Master of Ceremonies
Politics and associations aside there are few things more revolutionary than a black man winning “The Masters” golf tournament. Tiger Woods has won the tournament’s coveted green jacket 5 times in three decades. “The Masters” golf tournament dates back to 1934 and is the only major held at the same location every year. Augusta National Golf Club located in Augusta, Georgia didn’t have a black member until 1990, the same year my Grandfather died. My Grandpa like many of his black peers, loved the game of golf, and could never have fathomed that in 1997 a skinny black kid who would’ve been on the outside looking in just a decade before, would not only compete, but win.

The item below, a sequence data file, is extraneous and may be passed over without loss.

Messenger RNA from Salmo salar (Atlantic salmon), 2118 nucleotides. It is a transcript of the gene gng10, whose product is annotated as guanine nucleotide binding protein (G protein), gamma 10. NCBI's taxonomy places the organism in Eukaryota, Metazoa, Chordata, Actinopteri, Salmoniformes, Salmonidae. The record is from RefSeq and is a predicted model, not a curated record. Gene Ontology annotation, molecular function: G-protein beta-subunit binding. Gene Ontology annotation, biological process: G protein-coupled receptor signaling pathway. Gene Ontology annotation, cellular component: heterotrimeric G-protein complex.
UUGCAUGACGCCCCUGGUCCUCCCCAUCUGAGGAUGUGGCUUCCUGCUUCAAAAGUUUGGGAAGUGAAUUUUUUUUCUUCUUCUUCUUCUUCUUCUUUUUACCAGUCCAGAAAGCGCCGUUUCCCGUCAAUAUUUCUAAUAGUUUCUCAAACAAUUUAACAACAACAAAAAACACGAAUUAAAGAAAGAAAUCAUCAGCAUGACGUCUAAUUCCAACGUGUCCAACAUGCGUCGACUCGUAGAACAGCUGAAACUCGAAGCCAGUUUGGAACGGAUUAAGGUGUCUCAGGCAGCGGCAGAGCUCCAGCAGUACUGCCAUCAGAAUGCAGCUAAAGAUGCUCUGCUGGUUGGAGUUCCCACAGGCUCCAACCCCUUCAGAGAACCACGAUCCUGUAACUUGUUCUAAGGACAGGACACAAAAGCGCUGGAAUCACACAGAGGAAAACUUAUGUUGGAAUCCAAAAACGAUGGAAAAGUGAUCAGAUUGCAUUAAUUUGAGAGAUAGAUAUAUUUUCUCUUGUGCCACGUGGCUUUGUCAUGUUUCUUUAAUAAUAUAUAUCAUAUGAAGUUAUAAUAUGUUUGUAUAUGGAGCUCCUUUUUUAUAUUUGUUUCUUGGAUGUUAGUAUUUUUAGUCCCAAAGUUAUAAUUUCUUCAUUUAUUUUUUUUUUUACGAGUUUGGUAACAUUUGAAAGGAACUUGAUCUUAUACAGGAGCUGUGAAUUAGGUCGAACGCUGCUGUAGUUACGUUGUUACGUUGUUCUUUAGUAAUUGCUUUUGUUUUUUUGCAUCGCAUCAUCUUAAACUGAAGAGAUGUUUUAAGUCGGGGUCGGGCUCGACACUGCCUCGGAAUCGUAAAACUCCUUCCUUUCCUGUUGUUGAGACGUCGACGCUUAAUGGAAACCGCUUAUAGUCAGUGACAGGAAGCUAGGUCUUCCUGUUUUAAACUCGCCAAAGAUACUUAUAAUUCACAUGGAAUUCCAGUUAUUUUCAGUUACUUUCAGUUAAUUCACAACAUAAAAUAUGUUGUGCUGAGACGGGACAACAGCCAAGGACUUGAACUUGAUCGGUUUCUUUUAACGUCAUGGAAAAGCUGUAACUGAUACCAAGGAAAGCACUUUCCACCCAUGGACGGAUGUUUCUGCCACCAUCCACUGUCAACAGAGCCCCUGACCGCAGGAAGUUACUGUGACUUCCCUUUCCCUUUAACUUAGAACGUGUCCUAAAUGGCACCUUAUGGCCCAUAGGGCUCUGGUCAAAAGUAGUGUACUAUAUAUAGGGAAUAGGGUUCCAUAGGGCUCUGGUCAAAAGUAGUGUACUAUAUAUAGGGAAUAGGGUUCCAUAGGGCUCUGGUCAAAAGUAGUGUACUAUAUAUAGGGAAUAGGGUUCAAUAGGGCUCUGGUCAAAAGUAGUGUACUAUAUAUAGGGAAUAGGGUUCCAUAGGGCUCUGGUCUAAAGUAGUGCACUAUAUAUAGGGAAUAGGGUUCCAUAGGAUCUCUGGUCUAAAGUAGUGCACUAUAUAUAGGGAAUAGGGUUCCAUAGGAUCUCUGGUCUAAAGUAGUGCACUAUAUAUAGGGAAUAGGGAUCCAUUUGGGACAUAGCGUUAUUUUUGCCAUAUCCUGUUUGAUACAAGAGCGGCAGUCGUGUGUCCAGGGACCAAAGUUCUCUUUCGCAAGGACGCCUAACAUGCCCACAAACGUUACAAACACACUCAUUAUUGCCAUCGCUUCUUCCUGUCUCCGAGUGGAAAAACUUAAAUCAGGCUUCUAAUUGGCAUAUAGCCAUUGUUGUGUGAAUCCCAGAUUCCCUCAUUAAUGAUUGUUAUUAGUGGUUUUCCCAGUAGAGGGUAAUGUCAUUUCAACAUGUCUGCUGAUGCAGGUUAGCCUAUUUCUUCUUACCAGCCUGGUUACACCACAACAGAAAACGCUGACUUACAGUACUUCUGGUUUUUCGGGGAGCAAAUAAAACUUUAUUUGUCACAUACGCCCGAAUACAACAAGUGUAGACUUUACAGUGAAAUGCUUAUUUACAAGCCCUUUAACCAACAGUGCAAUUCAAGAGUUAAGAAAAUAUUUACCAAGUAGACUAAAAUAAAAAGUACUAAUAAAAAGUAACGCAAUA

Prior to 1975 when Lee Elder broke the color barrier all of the golfers were white and all of the caddies employed by Augusta National were black. Even now due to “The Masters” being invitation only the tournament is significantly more restrictive than many of its counterparts. The tournament with pristine greens deep in the heart of Georgia has white supremacist roots that run deep.
As a teenage phenom Tiger Woods received death threats for playing a sport he loved before he was old enough to ride a bike. He would endure racist jokes, people making startling noises during pivotal moments on the back nine, intense media scrutiny of his personal life and through it all he persisted. Born to a father with Black and Native ancestry and a mother of Asian descent, Woods inspired an entire generation of children of color to reach beyond their limitless potential and turn aspirations into accomplishments.
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